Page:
The trio. Folk musicians from Rwanda recorded Kigali in one afternoon. Continuing the tradition of Harry Smith’s local folk music anthologies, this is salvage culture; the instinct to preserve traditional music before it disappeared. Given the circumstances which name, name and name survived, there’s a good chance we would never have been able to hear this incredible music. The simple grace of the vocals holds a power over the listener, harmonies weaving in and out. The mix is simple, recording on the porch. On” Umahanano”, you can hear a dog’s distant barking. One take per song. The lyrics sheet might give some clues to what they are singing about, but you don’t really need it.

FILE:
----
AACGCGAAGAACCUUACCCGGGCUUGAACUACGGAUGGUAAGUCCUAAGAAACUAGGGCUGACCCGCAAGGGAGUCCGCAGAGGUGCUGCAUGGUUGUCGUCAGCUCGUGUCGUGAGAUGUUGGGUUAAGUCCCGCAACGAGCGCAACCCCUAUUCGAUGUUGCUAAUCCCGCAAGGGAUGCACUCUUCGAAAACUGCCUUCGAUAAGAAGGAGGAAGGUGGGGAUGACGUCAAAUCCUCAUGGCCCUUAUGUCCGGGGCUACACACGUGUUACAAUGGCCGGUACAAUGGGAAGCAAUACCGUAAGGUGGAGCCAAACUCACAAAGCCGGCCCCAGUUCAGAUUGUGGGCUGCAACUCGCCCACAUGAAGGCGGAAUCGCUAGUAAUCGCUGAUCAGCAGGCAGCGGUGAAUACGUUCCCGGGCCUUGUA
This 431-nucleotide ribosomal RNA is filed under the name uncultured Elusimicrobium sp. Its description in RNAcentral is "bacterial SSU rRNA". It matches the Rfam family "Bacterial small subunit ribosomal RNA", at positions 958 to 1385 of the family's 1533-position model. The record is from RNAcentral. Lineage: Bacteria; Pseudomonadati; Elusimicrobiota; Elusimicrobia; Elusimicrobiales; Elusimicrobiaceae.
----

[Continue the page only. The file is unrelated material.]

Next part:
There’s a grain to these voices, a sense of regret and longing for a time that can never be regained, a wistfulness. But also a joy taken in their sheer ability to sing, one that can’t be held by nostalgia or any sepia filter. You hear it in the lively strum of “Kacyiry”, the wistful “Egidia”. The loping guitar plucking of Amagorwa Y’ Abagabo, with its cheerful talk singing that melds three voices together perfectly.–-Aaron Matthews